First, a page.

If you're looking for a way to keep your kids safe online, while regulating the kinds of content that they can view then Norton Family has all the tools you need. Norton Family used to be separated out between Family and Family Premier, but these have since been consolidated so whichever name you see, it's just one product now.
Norton Family review: Features
From the parent portal, you control when your child has access to their device and to the internet. You can also decide how many hours total each day they can be online. When they meet their max time, Norton Family displays a message to let them know their time is up, and it locks down their device.
Norton Family also gives you a lot of control over what your child can see and do during their allowed internet time. There are 22 filter categories, including for topics such as pornography, weapons and gaming. When you enable a filter, the program blocks sites with that type of content so you child can’t access them. In fact, filtered websites don’t even show up in search results. If your child attempts to visit a restricted site, Norton displays a message explaining that the website is blocked and why. All activity, including attempts to access restricted sites, is recorded for you to review later.
Norton Family also lets you read transcripts of texts sent between your child and their friends, and you can block apps. In addition, you can access your child’s contacts list, including contact information. Further, it can tap into the monitored device’s GPS system so you can track where the device is.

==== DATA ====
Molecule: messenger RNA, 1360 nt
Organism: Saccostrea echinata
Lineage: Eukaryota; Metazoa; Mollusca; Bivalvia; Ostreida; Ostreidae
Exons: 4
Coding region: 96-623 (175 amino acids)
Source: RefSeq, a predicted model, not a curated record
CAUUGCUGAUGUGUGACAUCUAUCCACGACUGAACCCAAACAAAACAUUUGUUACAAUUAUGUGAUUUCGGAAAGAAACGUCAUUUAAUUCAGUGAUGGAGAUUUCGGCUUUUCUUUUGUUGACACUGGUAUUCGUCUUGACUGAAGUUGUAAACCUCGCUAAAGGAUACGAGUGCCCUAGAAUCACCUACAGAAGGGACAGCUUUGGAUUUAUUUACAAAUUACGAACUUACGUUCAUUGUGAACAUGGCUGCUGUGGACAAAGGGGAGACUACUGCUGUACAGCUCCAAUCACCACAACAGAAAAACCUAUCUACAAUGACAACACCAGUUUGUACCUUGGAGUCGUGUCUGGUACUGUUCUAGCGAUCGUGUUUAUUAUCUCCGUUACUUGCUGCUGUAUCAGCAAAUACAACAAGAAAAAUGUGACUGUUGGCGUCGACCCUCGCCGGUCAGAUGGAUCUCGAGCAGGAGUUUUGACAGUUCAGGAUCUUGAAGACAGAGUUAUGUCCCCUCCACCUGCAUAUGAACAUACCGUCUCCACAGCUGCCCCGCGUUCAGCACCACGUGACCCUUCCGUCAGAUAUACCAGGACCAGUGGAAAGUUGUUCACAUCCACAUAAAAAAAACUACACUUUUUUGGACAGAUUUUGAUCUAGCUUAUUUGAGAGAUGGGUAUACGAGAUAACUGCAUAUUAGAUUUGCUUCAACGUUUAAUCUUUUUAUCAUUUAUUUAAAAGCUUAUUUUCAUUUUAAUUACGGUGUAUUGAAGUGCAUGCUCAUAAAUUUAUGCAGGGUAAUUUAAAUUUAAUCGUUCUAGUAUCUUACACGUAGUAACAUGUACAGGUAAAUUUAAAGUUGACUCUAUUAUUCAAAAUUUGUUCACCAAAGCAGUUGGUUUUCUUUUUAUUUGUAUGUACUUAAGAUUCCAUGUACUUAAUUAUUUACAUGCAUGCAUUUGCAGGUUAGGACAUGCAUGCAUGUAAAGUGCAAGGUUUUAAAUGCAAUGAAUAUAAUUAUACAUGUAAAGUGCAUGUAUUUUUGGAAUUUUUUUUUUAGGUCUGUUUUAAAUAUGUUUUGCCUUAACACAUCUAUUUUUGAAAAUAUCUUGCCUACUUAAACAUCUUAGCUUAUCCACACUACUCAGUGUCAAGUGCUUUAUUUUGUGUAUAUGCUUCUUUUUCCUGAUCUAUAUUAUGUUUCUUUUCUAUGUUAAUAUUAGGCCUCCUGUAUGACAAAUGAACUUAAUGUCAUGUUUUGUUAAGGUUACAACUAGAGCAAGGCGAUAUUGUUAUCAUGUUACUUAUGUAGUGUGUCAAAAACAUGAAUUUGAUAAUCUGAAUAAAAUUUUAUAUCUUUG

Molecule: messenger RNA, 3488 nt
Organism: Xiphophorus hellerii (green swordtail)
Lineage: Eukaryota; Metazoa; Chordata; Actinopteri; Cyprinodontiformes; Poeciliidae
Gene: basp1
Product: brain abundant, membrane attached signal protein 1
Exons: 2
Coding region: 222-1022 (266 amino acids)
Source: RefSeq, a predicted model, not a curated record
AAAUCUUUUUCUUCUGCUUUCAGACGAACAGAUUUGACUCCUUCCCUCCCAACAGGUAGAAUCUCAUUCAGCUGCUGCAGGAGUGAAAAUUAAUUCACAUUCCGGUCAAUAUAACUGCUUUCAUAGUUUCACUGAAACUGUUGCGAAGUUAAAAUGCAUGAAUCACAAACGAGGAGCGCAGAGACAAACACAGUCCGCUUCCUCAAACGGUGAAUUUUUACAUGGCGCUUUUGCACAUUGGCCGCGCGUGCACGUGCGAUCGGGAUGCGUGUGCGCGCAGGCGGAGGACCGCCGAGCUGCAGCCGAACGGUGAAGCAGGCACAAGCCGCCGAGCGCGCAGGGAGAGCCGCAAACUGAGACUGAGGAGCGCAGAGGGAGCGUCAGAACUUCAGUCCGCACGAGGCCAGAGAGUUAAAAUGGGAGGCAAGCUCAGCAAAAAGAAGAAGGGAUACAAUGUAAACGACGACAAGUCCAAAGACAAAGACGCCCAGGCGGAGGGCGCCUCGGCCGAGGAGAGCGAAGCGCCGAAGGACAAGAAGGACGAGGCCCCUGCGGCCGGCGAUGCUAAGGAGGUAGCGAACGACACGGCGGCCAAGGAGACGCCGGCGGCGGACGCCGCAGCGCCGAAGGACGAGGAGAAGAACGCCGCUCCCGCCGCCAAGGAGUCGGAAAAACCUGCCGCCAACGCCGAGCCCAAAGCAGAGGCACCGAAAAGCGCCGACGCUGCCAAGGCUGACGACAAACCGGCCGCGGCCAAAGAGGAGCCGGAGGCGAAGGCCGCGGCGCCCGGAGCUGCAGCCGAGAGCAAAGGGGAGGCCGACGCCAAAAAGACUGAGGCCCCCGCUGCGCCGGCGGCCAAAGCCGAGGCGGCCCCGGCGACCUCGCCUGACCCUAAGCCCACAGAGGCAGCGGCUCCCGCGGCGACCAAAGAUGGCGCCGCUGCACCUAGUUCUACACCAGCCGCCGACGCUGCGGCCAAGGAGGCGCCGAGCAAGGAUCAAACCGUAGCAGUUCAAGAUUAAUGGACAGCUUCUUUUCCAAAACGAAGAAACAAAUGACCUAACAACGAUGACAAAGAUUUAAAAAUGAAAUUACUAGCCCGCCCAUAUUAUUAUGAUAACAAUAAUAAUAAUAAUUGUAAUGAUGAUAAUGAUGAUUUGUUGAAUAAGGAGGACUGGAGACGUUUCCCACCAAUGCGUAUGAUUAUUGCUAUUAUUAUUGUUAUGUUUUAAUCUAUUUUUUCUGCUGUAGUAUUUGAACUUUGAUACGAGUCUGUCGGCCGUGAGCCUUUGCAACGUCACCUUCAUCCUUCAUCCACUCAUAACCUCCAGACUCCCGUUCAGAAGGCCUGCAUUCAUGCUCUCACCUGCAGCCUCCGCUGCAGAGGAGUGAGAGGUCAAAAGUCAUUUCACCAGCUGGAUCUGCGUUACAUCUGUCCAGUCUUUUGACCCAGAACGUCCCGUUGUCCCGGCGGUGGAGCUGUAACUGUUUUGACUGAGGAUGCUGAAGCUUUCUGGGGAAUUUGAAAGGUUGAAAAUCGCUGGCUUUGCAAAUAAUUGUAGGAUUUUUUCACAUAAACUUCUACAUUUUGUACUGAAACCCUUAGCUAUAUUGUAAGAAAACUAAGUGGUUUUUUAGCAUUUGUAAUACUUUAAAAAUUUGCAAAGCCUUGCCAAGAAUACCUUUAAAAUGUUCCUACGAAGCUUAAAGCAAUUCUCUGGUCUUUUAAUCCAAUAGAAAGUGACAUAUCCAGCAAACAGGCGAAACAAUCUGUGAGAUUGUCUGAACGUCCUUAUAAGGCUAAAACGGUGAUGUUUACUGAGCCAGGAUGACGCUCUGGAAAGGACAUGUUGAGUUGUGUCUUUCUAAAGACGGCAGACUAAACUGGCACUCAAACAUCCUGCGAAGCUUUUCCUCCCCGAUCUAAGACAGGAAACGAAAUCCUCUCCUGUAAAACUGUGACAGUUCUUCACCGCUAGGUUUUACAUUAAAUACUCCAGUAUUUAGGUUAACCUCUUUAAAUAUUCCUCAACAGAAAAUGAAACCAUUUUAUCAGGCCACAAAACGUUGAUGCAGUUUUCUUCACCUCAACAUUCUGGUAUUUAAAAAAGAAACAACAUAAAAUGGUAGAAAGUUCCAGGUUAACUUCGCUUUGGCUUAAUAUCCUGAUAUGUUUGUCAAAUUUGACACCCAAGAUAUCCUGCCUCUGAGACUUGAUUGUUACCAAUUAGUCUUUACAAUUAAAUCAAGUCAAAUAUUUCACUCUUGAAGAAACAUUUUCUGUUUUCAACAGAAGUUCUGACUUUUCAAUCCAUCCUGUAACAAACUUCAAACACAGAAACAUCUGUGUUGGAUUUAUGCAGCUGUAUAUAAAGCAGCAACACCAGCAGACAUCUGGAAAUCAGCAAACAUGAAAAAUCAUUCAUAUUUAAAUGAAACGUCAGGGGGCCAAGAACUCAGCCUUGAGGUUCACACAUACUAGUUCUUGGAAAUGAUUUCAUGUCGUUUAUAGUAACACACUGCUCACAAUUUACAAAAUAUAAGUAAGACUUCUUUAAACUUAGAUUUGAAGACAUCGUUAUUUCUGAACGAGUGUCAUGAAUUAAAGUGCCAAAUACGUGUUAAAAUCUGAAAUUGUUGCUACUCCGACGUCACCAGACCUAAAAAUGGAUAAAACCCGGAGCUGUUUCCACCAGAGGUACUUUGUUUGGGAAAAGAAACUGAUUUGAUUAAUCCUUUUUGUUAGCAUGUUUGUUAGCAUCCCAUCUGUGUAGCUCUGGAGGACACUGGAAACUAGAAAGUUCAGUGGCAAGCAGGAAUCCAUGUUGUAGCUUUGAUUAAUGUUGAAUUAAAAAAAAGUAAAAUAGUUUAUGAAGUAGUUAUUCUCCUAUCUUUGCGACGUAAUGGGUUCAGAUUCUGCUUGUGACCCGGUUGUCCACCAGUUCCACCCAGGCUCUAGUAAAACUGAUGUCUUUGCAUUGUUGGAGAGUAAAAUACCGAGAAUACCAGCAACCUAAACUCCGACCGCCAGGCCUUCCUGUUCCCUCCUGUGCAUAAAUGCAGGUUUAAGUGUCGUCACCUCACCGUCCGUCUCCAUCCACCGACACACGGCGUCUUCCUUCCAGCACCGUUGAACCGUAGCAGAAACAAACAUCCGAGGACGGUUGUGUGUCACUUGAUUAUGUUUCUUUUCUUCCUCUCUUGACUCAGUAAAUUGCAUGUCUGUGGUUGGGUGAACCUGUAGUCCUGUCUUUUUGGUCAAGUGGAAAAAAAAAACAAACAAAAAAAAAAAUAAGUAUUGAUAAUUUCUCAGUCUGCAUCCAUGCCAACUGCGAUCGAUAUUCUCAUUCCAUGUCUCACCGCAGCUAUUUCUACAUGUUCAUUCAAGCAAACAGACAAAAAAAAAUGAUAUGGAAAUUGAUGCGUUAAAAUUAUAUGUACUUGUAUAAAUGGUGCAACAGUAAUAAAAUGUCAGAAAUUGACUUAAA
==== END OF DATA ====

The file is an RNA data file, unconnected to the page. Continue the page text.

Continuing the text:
The program alerts you when your child uses a restricted search term, tries to share personal information, or attempts to disable or uninstall the Norton Family app. These alerts are sent through the parent portal and email. However, you don’t receive text alerts, which are faster.
Although Norton Family is a great program, it’s missing several important features. For one, it doesn’t log keystrokes. A keylogger would let you capture passwords and more information your child shares through chat apps. The program also doesn’t track photo activity on your child’s phone, so you can’t remotely see the images they snap or save. However, you can block video players and apps like Hulu and YouTube so your child can’t watch videos using their smartphone or tablet.
Should you buy Norton Family?
We also noticed that Norton Family didn’t capture the search terms our kids used and the websites they visited unless they used the Norton browser included with the program – it didn’t monitor the browser included with the test cell phone as closely. In addition, Norton Family caused our test device to run a lot slower. If this is a deal breaker for you, we suggest looking at Mobicip. It includes the tools Norton is missing and more, plus it doesn’t tax phones’ resources.